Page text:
2011-02-27 Beji Caid Essebsi New Interim PM of #Tunisia

WL Central will be updating news on Tunisia, with new items added at the top. You can contact me on twitter @kgosztola or by email at kgosztola@hotmail.com.

The current date and time in Tunis, Tunisia:

SUNDAY, February 27

Image8:59 PM Photo of demonstrator running from tear gas in Tunis

Beji Caid Essebsi is now the interim PM of Tunisia. Here is his biography posted on the French Wikipedia. (It can be translated with Google.)

What will likely be most focused on in the world is this:

[He] rejoined the government as Minister Delegate to the Prime Minister and Minister of Foreign Affairs on 15 April 1981 , he held the position until 15 September 1986 . During these six years, he faces several crises, including the arrival of Palestinian fighters - driven out of Beirut - at Bizerte in 1982 , the bombing of the headquarters of the PLO in Hammam Chott (south of Tunis) by the army Israeli Air ( Operation Wooden Leg ) in 1985 , not to mention the constant mood of Muammar Qaddafi 2 . The high point of his career as head of the diplomacy of Tunisia remains the vote on UN resolution 3 condemning the Israeli aggression against Tunisia 4 .

He is referred to as Kingpin Essebsi. If you click on the individual whom he is the great-grandson of (Ismail Caid Essebsi), it seems he comes from family with a level of aristocratic roots in Tunisia. It is unlikely this works for the revolution, but this should be understood: This is a transitional government. The revolution may have to settle for a techno- or aristocrat and then push for elections to be sooner. They may be better off focusing on getting open, free and fair elections and ensuring those elections are held and that the interim PM does not keep power past July.

All the tension and conflict just makes leaders uneasy and prolongs the process of developing Tunisian society to be more democratic.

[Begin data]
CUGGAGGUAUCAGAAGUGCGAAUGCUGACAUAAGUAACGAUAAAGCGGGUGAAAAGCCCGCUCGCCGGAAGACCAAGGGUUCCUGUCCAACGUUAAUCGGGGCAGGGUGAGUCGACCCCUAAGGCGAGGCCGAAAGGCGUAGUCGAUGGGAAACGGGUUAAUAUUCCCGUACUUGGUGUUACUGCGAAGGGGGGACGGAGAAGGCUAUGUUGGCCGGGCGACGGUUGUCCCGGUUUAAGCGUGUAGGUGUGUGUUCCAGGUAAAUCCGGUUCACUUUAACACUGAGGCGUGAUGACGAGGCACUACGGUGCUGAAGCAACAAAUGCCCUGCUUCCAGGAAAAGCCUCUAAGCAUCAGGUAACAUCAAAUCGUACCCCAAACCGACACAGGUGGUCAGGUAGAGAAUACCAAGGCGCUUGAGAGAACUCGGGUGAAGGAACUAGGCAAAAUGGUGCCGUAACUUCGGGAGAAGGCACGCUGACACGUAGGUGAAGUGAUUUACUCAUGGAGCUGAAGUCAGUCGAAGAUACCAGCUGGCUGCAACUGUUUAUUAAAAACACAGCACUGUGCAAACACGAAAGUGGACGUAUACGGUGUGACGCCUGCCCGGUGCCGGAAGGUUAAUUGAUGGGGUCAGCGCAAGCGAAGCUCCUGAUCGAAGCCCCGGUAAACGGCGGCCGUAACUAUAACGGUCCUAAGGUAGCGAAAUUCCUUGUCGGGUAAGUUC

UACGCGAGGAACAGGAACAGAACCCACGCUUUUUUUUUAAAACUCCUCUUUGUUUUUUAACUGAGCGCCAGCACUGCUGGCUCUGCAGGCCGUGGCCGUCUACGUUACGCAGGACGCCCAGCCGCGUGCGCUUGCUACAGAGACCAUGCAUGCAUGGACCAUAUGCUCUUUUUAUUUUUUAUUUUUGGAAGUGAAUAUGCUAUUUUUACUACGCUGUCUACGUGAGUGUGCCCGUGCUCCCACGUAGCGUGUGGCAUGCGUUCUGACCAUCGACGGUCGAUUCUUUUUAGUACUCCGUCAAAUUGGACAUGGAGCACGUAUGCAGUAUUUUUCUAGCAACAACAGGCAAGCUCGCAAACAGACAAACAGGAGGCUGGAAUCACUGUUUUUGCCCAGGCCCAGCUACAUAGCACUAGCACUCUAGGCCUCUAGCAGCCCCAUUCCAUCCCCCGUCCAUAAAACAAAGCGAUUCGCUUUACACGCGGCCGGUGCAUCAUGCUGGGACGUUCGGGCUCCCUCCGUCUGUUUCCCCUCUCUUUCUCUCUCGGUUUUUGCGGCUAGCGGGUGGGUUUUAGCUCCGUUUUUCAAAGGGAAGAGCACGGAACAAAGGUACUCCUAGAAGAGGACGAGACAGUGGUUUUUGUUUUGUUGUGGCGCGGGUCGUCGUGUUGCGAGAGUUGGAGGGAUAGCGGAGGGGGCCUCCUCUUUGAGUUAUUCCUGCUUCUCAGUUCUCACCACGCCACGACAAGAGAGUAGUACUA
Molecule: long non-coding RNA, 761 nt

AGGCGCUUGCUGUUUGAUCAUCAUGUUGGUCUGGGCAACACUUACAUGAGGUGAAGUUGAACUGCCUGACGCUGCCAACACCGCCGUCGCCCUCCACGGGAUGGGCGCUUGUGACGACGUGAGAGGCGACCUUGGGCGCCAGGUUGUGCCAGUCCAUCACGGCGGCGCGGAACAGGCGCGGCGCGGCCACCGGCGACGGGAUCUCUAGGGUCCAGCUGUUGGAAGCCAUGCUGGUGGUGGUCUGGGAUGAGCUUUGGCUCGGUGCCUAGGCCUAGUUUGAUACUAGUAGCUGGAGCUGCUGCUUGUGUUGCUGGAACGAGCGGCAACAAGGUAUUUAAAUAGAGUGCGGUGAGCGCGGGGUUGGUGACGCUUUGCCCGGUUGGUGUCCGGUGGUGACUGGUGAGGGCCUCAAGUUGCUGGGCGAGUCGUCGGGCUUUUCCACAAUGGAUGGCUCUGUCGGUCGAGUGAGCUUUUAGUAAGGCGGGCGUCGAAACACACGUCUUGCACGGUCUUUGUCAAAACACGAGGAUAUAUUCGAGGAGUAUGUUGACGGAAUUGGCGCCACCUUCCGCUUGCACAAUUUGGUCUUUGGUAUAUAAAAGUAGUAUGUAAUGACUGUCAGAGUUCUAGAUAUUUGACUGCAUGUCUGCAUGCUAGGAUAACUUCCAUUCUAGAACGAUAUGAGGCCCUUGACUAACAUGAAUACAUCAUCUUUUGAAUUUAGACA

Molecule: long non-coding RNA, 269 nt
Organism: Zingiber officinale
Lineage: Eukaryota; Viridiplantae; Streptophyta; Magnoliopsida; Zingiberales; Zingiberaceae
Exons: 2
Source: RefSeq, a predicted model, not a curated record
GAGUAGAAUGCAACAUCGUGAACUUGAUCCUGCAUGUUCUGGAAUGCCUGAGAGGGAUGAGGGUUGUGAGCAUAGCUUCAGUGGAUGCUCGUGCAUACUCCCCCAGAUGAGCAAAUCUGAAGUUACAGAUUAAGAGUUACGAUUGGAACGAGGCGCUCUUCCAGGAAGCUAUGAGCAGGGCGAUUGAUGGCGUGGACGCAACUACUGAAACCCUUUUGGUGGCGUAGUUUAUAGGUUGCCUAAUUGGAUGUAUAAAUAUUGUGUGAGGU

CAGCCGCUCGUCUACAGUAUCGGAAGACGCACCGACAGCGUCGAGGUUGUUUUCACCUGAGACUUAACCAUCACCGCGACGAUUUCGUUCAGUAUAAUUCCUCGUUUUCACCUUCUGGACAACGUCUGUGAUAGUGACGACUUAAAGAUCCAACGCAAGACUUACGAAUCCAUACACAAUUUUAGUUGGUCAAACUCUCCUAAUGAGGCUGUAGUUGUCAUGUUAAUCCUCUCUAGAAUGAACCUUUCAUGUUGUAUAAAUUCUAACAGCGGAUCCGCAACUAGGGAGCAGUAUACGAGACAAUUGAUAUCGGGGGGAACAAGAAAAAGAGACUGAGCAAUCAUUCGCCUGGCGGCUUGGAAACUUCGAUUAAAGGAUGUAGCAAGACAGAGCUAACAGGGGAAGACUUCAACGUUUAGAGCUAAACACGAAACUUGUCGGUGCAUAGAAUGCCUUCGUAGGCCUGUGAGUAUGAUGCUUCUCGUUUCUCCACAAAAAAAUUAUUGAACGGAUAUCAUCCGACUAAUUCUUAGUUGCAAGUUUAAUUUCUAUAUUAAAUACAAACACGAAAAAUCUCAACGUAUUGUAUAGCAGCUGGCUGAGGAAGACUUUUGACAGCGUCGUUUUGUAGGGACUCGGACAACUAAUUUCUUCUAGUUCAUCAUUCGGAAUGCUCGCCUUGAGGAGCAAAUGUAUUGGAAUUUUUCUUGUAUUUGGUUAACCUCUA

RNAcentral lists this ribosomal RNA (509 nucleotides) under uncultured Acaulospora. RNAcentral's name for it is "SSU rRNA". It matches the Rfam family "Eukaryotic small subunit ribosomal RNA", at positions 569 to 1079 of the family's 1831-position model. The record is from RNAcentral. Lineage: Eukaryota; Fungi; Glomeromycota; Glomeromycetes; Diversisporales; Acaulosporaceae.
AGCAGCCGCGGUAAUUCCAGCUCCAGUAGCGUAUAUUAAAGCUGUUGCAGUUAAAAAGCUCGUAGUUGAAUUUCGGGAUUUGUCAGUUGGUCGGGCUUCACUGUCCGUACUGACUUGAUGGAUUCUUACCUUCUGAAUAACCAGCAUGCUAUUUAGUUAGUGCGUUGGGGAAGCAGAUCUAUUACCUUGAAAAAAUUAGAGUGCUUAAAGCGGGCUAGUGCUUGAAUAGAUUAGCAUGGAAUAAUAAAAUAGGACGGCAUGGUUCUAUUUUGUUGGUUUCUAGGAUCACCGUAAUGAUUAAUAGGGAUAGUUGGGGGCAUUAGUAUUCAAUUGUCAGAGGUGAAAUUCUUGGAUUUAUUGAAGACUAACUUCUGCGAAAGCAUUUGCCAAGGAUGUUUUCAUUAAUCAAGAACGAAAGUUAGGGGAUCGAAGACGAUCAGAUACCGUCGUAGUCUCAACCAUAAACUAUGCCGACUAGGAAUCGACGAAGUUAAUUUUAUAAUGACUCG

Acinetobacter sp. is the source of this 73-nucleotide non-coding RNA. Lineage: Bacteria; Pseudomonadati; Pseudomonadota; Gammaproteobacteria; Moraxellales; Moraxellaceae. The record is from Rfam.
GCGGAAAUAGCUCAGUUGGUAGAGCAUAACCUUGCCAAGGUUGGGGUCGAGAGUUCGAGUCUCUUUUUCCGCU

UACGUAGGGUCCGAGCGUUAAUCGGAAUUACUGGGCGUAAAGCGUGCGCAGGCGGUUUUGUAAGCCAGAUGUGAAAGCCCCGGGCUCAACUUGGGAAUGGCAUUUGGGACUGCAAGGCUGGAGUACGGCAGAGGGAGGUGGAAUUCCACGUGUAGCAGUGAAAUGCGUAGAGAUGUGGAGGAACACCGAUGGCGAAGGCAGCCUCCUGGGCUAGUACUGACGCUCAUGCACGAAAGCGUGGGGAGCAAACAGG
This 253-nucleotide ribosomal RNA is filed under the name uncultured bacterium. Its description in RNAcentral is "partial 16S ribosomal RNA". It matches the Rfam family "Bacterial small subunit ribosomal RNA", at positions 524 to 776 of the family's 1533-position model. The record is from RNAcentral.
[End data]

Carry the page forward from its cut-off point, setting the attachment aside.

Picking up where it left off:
WL Central's Cablegate farewell to Interim PM Ghannouchi

How young people in Egypt and Tunisia are showing they know and understand more about democracy than the Western powers of the world

4:16 PM Interim PM Mohamed Ghannouchi announces resignation, another demand of the Tunisia revolution is met A press conference which just aired was held. Much of the consensus on Twitter was that he was recounting the past days that he had been in power. There was a hint that he was going to be stepping down and then he announced his resignation formally.

GlobalNet reported on the resignation before the formal announcement: "Prime minister throws in the towel after the call to his execution started last night (Saturday), with shocking violence, on national television live without this person does respond, nor the journalist on the set, nor direction of television, neither civil society nor the law. Furthermore, a report released yesterday evening by Hannibal shows one of the participants in sit-in al-Kasbah calling "Ghannouchi judging by people's courts".

This government was announced on January 27. It is the second dissolution of an interim government. This

GlobalNet suggests, "Fouad Mebazaa, President of the Republic acting, could accept the resignation of Ghannouchi, instructing him to propose the composition of a third interim government. Second hypothesis, he could accept his resignation, naming a new Prime Minister, who will be entrusted the task to propose a third transitional government."

After resignation in Tunis, a celebration -


Dima_Khatib tweets, "Tunisians downtown Tunis are asking for a constituent assembly to rewrite the constitution #Tunisia #Sidibouzid" Here is a live stream of the celebration of Ghannouchi's resignation.

Shemsfm.net with this report on the day's protests:

The protesters gathered at the Kasbah demand the resignation of Prime Minister Mohamed Ghannouchi received today the visit of Hamma Hammami, spokesperson for the Communist Workers Party of Tunisia, came with a group of activists to talk to protesters. Hammami called the "fall of the dictatorial regime after the fall of the dictator."

Violence in downtown Tunis Sunday afternoon. We’ll have more coverage as reports on the day’s action surface.

freedomtunisia tweets, “Live : Forte mobilisation des jeunes révolutionnaires au centre ville de Tunis. Notre guerre contre la dictature de Ghannouchi,” which translates to, “Live strong mobilization of young revolutionaries in downtown Tunis against the dictatorship of Mohamed Ghannouchi”

Euronews report on Sunday protests in Tunisia